Ultimately, it’s up to you to find the position and technique that works best for you. Experiment to discover your one-arm pull-up power zone.

One-Arm Pull-Up Variations and Alternatives

Chances are that you’ve tried one-arm pull-ups and failed. That’s okay – very few people can do this exercise the first time out. In fact, it may take months or even years to develop the strength you need to pull this exercise off.

Use the following variations and alternatives to build the strength you need to do one-arm pull-ups for real.

1. One-arm lat pulldowns

The one-arm lat pulldown is a very pale imitation of one-arm pull-ups, but it’s a decent place to start if you are still working on building your basic pull-up strength. Use this exercise to develop your single-arm strength, lateral core stability, and get into the habit of initiating each rep by depressing your shoulder girdle.

This is also a good way to warm up before starting your one-arm pull-up workout. Experiment with underhand, overhand, and neutral grips to see which feels strongest.

Learn how to do one-arm lat pulldowns here.

2. One-arm flex hang

The one-arm flex hang is an isometric or static exercise. You are much stronger isometrically than you are concentrically or eccentrically. This means you can usually hold more weight than you can lift or lower. However, isometric training can help increase concentric and eccentric strength. Use this exercise to start laying the foundation for one-arm pull-ups.

How to do it:

  1. Place a chair or bench under your pull-up bar and stand on it. Hold the bar with your preferred grip.
  2. With your arm bent and your core braced, lift your feet off your platform.
  3. Hold for as long as possible and then rest.
  4. Do holds at the top of the movement and one-third and two-thirds down to ensure you develop strength through the entire range of motion.
  5. Train both arms equally.

3. Negative one-arm pull-ups

You are stronger eccentrically than you are concentrically. In other words, you can lower more weight than you can lift. This is why a lot of lifters do negative training. Negatives allow you to train with heavier than normal weights. Negative one-arm pull-ups are a great way to develop the strength necessary to do regular one-arm pull-ups.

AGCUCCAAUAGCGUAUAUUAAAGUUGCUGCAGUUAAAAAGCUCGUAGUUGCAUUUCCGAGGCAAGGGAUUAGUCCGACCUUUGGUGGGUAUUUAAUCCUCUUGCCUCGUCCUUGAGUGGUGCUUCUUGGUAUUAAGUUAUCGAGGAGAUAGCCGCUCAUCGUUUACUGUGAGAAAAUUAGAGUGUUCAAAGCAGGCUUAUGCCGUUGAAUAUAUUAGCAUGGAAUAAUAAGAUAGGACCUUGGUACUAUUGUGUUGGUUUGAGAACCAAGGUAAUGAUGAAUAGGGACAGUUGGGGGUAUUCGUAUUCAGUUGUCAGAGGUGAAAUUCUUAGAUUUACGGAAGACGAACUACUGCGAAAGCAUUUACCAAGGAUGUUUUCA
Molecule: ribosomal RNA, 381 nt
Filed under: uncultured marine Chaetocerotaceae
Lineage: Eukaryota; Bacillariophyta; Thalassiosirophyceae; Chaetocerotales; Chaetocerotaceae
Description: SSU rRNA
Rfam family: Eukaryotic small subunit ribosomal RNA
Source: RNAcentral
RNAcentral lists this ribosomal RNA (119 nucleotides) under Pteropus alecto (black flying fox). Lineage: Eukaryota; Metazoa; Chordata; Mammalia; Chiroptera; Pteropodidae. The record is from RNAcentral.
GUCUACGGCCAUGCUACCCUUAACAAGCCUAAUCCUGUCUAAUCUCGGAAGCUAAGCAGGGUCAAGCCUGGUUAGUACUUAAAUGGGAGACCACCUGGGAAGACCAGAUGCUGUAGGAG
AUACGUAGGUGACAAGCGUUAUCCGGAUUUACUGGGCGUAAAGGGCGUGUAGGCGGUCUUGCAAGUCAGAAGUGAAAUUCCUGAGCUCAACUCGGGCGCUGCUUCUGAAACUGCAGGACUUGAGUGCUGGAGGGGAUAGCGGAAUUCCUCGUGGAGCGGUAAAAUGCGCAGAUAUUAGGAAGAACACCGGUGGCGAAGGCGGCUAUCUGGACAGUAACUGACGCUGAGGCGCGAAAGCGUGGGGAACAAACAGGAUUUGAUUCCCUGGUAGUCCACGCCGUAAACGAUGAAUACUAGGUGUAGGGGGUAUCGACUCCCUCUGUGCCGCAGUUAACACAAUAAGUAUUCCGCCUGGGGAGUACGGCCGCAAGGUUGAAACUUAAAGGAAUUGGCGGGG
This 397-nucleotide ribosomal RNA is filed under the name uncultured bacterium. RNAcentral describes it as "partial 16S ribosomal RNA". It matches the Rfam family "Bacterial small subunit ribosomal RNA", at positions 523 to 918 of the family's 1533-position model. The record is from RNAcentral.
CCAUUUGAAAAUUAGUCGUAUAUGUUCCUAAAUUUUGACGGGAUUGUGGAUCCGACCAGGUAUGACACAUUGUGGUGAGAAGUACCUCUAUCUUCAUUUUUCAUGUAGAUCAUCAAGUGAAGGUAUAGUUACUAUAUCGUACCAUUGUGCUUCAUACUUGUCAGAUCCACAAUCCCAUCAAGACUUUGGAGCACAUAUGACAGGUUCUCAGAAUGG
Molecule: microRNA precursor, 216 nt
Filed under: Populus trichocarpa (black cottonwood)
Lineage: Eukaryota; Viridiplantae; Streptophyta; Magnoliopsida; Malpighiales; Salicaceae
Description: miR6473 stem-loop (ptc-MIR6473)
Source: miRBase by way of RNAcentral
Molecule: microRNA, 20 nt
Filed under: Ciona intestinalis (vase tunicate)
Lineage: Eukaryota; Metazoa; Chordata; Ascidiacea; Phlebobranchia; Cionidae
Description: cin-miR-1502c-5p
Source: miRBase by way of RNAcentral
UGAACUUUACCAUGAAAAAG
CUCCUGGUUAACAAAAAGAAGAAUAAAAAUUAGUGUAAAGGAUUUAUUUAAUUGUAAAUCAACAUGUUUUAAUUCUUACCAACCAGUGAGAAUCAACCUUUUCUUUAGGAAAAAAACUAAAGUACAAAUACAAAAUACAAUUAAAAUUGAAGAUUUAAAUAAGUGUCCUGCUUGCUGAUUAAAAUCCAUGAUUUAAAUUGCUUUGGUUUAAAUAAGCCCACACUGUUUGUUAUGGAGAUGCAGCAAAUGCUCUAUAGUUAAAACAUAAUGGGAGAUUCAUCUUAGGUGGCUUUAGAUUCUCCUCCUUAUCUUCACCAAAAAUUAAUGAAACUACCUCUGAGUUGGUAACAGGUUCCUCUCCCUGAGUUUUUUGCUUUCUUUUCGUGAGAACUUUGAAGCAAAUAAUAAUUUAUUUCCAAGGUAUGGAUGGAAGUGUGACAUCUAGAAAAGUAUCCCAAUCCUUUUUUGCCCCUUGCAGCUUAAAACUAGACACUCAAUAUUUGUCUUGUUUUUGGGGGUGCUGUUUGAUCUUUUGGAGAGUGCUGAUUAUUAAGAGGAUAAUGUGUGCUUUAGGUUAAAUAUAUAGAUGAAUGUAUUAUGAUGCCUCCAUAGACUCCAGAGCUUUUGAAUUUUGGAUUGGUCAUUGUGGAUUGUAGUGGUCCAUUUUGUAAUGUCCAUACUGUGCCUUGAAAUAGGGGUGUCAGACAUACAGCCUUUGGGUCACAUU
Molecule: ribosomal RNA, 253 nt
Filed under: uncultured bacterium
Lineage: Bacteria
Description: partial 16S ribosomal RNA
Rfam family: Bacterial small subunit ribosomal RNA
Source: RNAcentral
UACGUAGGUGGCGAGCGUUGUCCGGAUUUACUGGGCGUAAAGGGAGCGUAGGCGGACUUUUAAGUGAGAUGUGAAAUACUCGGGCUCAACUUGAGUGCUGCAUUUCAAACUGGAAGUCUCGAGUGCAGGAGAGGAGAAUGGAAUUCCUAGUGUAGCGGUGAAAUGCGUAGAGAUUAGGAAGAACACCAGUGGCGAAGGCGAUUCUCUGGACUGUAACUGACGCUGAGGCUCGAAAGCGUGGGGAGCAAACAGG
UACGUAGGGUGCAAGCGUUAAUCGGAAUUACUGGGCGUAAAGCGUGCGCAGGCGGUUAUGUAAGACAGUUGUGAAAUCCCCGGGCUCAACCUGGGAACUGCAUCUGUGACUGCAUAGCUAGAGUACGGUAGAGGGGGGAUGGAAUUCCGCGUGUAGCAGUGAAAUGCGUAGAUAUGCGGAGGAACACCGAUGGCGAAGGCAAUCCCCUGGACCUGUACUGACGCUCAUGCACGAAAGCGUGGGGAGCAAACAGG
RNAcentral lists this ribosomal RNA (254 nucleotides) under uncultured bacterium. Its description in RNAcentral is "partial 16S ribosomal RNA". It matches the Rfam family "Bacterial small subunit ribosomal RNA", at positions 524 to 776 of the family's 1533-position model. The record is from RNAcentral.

How to do it:

  1. Place a chair or bench under your pull-up bar and stand on it. Hold the bar with your preferred grip.
  2. With your arm bent and your core braced, lift your feet off your platform.
  3. Smoothly extend your arm and lower yourself down under control until your elbow is straight.
  4. Climb back up and repeat.
  5. Do several reps per arm and then switch sides or alternate arms as preferred. Stop your set when you are no longer able to control your descent.

4. One-arm pull-ups with your hand around the wrist

Grip is an essential part of one-arm pull-ups. This exercise allows you to use both arms to pull yourself up, but you’ll only have one hand on the bar. This variation is an excellent way to build your grip and also emphasizes one arm at a time, making it a valuable steppingstone to real one-arm pull-ups.

How to do it:

  1. Using one arm, hold your pull-up bar with your preferred underhand, overhand, or neutral grip. Hold your wrist with the other arm. Brace your legs and lift your feet off the floor.
  2. Using both arms, pull your chin up to the bar.
  3. Come down under control and repeat.
  4. Do the same number of reps on both sides.

5. Self-assisted one-arm pull-ups

Self Assisted One Arm Pull Ups

For this one-arm pull-up variation, you are going to use your non-working arm for assistance, taking weight off the arm you are training. As you get stronger, you should give yourself less assistance until, eventually, you can do one-arm pull-ups unaided.

How to do it:

  1. Tie a rope, towel, or strong resistance band to your pull-up bar, so that it hangs down next to you.
  2. Grab the pull-up bar with your preferred overhand, underhand, or neutral grip.
  3. Hold the rope/towel, band with the other hand, about 12-18 inches down from the top.
  4. Mainly using the hand on the bar, pull yourself up while using your other arm for assistance.
  5. Descend slowly and repeat.
  6. The lower you place your assisting hand, the less you’ll be able to use it.

6. Band-assisted one-arm pull-ups

Band-assisted one-arm pull-ups help support some of your body weight to make this demanding unilateral exercise more manageable. The assistance is more noticeable at the start of your rep when your arm is straight and the band is stretched, and then eases off near the top of the rep. This force curve matches the changes in leverage, so assistance is greatest where you are weakest and least where you are strongest.

How to do it:

  1. Attach a strong, loop-type resistance band to your pull-up bar. Grab the bar with one hand and then stand or kneel in the band.